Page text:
And the most key exit poll stat I noted was that 30% or so of the Clinton supporters who voted today thought that Obama would be the nominee. The voters are starting to get resigned to it. That's fairly key.

(the other thing is that the Philly metro area is fully 50% of the delegates, which means that the delegate counts could end up close to even. Hm.

...MSNBC just called it for Clinton with 3% of the vote in. That changed in a hurry. Now we'll have to see what the margin is. I'm headed to LA Drinking Liberally.


As polls close, here is one way to think about the margin of victory -- if Hillary Clinton wins.

She has no money.

More important than anything she'll do over the next few days, Clinton will try to use tonight's results to raise money through the net. (Notice the banner behind the stage at her victory party. It says for a reason.)

We cannot have a nominee who is broke between now and August. For Hillary Clinton to win she'll have to spend every cent running against Obama. That means not one thin dime spent against McCain until Labor Day. That's unacceptable.

Let's see what the numbers are. But it's telling that Terry McAuliffe mentioned in the first paragraph with MSNBC. They don't have a penny.

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Heavy Turnout

This blog has some good on-the-ground information in the Philadelphia area, and the reports around the state share one thing in common - the turnout is off the charts.

Pennsylvania is on its way to the record turnout that election officials have been predicting for weeks, according to poll workers from across the state.

Election officials were reporting extremely heavy voter activity in many of the state’s 67 counties throughout the morning, starting with long lines reported even before the polls opened at 7 a.m.

“Let’s just say it’s very busy,” said Joseph Passarella, the director of voter services for Montgomery County, sounding a little harried. “Our phones have been ringing since 6:15 this morning and have been ringing nonstop. We’ve never had a primary election this busy.”

Among the phone calls were people who wanted to vote in the primary but had not switched their registration to Democratic in time, Mr. Passarella said. Those people were told that they were not allowed to vote in the Democratic primary.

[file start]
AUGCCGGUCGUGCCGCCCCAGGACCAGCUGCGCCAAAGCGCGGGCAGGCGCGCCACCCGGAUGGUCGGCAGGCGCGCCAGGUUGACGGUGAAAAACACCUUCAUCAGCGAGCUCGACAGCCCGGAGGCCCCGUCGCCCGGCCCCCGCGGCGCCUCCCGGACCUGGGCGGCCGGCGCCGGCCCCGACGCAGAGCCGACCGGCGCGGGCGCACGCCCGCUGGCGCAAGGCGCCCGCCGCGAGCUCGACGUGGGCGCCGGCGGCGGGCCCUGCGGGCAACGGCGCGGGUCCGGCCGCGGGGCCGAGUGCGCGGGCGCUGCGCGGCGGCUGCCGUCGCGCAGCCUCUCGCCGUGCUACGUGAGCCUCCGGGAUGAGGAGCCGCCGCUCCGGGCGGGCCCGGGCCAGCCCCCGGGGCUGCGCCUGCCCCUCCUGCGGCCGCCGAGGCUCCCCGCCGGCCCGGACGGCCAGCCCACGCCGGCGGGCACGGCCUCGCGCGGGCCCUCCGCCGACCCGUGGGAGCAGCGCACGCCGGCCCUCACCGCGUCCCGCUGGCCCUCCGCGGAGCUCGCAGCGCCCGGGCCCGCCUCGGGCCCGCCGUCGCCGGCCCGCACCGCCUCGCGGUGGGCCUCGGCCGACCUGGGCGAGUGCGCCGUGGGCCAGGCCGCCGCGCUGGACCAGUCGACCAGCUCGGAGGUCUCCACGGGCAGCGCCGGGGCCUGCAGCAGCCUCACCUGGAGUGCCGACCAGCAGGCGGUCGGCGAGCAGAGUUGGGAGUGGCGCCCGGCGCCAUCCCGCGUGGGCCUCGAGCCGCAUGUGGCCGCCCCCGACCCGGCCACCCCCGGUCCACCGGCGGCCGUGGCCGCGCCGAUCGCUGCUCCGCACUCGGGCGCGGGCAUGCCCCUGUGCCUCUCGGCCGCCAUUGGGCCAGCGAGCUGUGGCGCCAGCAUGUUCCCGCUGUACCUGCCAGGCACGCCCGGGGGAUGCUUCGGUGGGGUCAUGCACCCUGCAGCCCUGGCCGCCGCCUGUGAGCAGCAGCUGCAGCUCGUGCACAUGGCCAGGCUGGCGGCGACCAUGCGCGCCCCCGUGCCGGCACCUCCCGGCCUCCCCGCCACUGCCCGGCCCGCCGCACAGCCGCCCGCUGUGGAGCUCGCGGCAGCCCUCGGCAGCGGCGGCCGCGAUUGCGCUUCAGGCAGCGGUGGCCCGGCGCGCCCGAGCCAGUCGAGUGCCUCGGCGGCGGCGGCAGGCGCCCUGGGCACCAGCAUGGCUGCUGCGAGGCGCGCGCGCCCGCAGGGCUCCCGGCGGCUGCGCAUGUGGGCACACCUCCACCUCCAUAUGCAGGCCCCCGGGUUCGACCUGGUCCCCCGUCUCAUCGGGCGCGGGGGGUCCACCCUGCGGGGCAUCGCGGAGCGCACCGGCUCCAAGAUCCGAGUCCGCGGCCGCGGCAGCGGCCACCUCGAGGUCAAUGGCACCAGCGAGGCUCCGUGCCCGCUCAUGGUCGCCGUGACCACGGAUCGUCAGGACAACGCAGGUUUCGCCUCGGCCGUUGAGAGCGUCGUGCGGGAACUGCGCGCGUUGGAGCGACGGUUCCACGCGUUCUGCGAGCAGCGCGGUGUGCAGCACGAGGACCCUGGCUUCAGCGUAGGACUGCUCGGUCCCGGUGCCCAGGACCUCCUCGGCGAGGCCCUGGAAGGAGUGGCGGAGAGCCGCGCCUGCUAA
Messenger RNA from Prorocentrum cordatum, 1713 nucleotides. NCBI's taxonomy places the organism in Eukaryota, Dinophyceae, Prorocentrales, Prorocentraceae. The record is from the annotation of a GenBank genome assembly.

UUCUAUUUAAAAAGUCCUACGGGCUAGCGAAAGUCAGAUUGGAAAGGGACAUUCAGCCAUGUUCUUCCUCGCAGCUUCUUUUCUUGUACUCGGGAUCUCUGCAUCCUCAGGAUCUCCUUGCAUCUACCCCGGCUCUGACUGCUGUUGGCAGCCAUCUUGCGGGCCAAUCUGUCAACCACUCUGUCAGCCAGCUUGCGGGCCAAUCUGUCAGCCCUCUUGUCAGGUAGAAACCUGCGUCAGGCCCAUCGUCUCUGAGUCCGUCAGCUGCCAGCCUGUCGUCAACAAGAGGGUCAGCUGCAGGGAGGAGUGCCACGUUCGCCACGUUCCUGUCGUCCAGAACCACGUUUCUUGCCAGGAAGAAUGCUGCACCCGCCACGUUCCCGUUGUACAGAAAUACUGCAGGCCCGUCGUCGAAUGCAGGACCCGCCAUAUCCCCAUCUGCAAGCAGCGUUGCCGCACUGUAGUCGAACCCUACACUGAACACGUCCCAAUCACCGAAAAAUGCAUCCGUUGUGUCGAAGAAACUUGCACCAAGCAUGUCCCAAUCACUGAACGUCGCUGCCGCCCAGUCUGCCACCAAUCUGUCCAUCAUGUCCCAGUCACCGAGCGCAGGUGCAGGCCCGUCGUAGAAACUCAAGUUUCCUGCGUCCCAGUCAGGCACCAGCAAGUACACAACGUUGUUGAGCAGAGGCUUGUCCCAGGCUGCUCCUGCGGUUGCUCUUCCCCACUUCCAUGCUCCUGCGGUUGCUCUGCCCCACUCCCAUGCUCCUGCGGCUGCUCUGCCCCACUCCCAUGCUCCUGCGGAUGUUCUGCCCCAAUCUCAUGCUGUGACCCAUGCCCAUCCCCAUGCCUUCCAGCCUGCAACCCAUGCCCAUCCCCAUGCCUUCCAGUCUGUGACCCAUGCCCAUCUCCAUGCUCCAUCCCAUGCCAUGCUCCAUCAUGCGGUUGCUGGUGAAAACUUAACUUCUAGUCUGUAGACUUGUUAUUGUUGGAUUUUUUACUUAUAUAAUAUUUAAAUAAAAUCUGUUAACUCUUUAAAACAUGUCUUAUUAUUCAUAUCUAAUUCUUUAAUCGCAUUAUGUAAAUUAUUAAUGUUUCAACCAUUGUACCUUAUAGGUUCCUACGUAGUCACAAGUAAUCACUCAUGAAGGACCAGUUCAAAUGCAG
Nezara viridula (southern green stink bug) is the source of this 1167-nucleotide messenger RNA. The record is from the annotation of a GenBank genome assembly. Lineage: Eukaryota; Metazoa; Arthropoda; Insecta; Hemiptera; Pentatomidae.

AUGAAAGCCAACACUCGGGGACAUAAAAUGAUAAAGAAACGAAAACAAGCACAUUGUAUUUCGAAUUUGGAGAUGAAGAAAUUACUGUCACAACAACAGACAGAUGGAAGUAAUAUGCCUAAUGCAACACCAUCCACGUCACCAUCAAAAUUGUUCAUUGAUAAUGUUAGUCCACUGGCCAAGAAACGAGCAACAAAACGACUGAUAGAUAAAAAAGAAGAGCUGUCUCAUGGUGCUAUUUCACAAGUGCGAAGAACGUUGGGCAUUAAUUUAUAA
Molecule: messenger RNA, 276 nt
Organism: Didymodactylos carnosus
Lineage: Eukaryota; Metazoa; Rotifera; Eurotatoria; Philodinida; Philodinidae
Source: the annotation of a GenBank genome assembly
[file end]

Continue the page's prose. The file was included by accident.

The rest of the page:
A slice of that may be the Rush-bots and their Operation Chaos, but really we're seeing a sea change in Pennsylvania. Montgomery and Bucks Counties are now majority Democratic, and elsewhere in the state the energy is very high. A voter group is trying to extend polling hours in Philadelphia. After all the nonsensical events of the past six weeks, I think we've pushed Pennsylvania far into the blue column in November. This is true for Iowa and New Hampshire as well. In the states where there was a real focus on retail campaigning, this extended primary had a huge and undeniable impact. In fact, the lack of one in Michigan and Florida was a good argument to hold new primaries.

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Record Setting!

Yes, it's a new record!

Sinking home values and the collapse of flimsy mortgages sent a record number of California homes into the foreclosure process in the first three months of this year, a real estate information service reported today.

Default notices -- the first stage of foreclosure -- were sent to owners of 110,000 California homes from January to March, about 1% of the homes in the state, according to La Jolla-based DataQuick Information Systems. Default notices were up 143% from the same quarter a year ago.

Most California homeowners in default are now eventually forfeiting their properties to lenders. Only about 32% of those receiving default notices prevent foreclosure by refinancing or selling their property to pay off their mortgages, DataQuick reported. A year ago, 52% of those in default were able to avoid foreclosure.

If you read between the lines here, the implication is that around 70,000 families are in the process of losing their homes. In the first quarter 47,000 additional families had their homes repossessed, which is a 400% year-over-year increase.

This is hundreds of thousands of people, and it's getting to be a significant percentage of the state's population. And the federal government is dragging their feet looking for a solution.

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The Simple Life